A heated discussion at work this week about how "African-Americans are better at basketball than everyone else in the world” (I was the one getting mad at how wrong this is on so many levels...) put the phenomenon of stereotypes into my awareness. It has driven me to begin to question many of the stories or stereotypes that exist in my life which could be holding me back from achieving everything I want to and I’ve been amazed at just how many there are...
Humans are analytical creatures and to help us make sense of the big confusing world out there we develop stories about what it means to be who we are and opinions about the way the world and the people in it 'work' (this is why we organise the billions of people into stereotyped ‘categories’) - it helps us feel safe if we think we can predict future outcomes based on these stories and opinions – it is clearly a fear vs safety mechanism.
But as much as these stories and opinions help us feel in control and safe, on another level they are creating destructive limiting belief systems that keep us in ‘Standard Operating Procedure' mode – within which we actually have little to no control over our actions and reactions.
Let me give you an example. For the last 40 years feminism has been a dirty word. The stereotype of what it meant for a woman to be a feminist has seriously delayed a global revolution at the time when it was beginning to gain momentum.
The stories that were told about the women behind the revolution has led us all to form the opinion that feminists are man-haters, butch, gay, aggressive, and they don’t wear bras… We therefore subconsciously told ourselves that it was not attractive or desirable to be feminist... Many women hold back, instead of defending their right to equality, even to the continued detriment of our own sense of worth. When watching the UN speech from Emma Watson, I was so impressed to hear her speak of the actual definition of what feminism is: “the belief that men and women should have equal rights and opportunities” not men vs women, but women = men…. It completely redefined what it meant to be feminist for a whole generation of youth.
Fortunately we are lucky to exist at a time where we can witness the transformation of a major stereotype - there is a big movement working to redefine in society's eyes what it means to be a girl and to be feminist – and it means breaking down those stories and stereotypes internationally to get this important topic back into the hearts and minds of people - without fear or prejudice.
But it is not only the stories we believe on a global scale that affect our independent opinions and behaviours. There are stories and stereotypes that exist in our subconscious that were sparked by even the smallest of events in our own world… These are what we need to breakdown to give us the freedom to pursue life relentlessly and stretch beyond our limiting beliefs.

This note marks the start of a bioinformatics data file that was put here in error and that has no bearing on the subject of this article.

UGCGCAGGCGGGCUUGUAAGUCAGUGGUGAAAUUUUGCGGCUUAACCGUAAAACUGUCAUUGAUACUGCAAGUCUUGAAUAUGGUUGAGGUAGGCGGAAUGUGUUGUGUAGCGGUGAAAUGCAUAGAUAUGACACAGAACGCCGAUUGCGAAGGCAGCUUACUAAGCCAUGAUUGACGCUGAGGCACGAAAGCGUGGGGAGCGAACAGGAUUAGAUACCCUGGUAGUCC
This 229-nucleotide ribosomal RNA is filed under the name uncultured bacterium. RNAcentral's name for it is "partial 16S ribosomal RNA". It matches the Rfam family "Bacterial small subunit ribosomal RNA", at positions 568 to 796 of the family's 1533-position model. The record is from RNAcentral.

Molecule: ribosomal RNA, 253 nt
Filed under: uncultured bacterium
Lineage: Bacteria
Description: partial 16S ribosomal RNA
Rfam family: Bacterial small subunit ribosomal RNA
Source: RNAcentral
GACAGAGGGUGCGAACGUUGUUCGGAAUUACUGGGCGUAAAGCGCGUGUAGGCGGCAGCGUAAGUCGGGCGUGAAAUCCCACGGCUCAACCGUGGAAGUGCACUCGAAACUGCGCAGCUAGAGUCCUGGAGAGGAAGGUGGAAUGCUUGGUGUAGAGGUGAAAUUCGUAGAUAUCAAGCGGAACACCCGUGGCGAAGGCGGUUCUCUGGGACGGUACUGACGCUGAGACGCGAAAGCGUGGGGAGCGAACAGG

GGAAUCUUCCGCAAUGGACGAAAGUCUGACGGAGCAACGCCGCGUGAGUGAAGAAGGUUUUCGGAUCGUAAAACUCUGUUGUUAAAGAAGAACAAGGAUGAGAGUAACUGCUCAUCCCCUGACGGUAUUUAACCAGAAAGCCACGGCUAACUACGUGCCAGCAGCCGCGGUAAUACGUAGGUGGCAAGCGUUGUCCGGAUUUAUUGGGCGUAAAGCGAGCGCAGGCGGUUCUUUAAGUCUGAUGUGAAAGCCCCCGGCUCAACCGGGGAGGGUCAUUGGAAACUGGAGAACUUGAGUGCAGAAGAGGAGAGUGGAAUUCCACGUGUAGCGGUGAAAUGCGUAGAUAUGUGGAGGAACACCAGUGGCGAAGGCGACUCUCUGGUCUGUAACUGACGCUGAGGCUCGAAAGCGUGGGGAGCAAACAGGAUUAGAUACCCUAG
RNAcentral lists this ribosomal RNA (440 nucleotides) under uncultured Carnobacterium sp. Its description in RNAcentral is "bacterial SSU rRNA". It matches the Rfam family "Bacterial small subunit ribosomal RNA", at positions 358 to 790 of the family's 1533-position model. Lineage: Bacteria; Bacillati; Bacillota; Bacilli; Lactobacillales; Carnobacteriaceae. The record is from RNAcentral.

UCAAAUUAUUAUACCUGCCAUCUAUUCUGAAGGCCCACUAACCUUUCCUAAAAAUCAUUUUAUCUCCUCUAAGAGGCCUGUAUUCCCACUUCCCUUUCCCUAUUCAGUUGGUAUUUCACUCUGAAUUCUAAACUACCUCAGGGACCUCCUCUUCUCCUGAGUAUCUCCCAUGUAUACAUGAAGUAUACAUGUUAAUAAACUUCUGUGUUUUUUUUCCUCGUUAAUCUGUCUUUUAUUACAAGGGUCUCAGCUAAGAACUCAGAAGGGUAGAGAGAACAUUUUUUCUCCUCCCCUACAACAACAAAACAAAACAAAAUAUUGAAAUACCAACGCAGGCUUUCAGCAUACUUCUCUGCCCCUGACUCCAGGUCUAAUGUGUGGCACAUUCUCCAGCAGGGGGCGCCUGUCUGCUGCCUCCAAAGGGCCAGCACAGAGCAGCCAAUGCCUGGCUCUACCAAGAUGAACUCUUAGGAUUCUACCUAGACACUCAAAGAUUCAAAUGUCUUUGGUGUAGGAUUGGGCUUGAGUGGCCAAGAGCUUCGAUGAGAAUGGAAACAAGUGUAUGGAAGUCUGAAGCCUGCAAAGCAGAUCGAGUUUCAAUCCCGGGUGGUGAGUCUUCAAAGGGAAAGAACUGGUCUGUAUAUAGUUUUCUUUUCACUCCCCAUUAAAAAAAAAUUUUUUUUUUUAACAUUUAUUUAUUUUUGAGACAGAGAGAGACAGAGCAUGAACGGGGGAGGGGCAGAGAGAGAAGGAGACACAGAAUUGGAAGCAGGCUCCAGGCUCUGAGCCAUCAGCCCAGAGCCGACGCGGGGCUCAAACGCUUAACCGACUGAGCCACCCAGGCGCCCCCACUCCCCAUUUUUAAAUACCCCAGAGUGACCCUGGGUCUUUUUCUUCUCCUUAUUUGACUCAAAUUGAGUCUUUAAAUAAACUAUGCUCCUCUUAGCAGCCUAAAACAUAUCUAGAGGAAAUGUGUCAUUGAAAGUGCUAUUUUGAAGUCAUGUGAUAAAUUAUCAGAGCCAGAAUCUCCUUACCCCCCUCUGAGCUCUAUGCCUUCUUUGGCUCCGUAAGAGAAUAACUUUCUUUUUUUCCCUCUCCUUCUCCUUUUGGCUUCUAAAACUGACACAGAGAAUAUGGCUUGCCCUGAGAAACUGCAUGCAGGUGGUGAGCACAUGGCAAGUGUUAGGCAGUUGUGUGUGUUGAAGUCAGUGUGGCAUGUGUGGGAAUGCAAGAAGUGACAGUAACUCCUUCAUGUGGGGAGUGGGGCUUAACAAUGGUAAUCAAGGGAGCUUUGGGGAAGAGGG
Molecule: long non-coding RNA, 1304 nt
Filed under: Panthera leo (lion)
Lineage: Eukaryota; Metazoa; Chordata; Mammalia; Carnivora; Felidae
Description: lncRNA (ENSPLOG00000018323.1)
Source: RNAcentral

In the spirit of self-awareness, I analysed the stories I was telling myself about who I am and the opinions & stereotypes that existed around what it 'meant' to be me. There are the obvious ones, but then so many small hidden ones that accumulate to ‘prove’ that I am not able to take the leap and pursue my Big Scary Goals, through these stories and opinions I had lost my free will.
I’ve been thinking a lot about the talk I gave at RYPL Circuit Breaker Event in February - 'Altering Reality’. It is based on the theory that we create a restricted reality in our lives by believing Stories, Opinions and Perspectives about ourselves and the way the world works. These keep us stuck in a repetitive cycle of 'Standard Operating Procedures', like a robot following a pre-programmed destiny, instead of the free-willed creative human being we are at our core.
To de-program ourselves we need to begin to question what are these Stories, Opinions and Perspectives we have in our lives - and begin to become aware of how they are holding us back.
Discovering where they come up and having the curiosity to question - "is this actually true for me, is this a fact, or is it a story?" - gives us freedom of choice and the opportunity to prove to ourselves that the Stories and Opinions are not true right now in this moment. By becoming aware of the destruction they have on our lives, we can exercise the strength and free-will to overcome them.
So, in retrospect, one of the many stories that have held me back is I belong to a country that suffers from a severe case of Tall Poppy Syndrome. But it is in our weakness that we find our strength, and in our kryptonite that we discover our true power. The fact is that there are few women in Australia that have made a success in the industries I love - but it is not because we cannot - it is because we fear the hater-backlash when we prove to the nation that we can.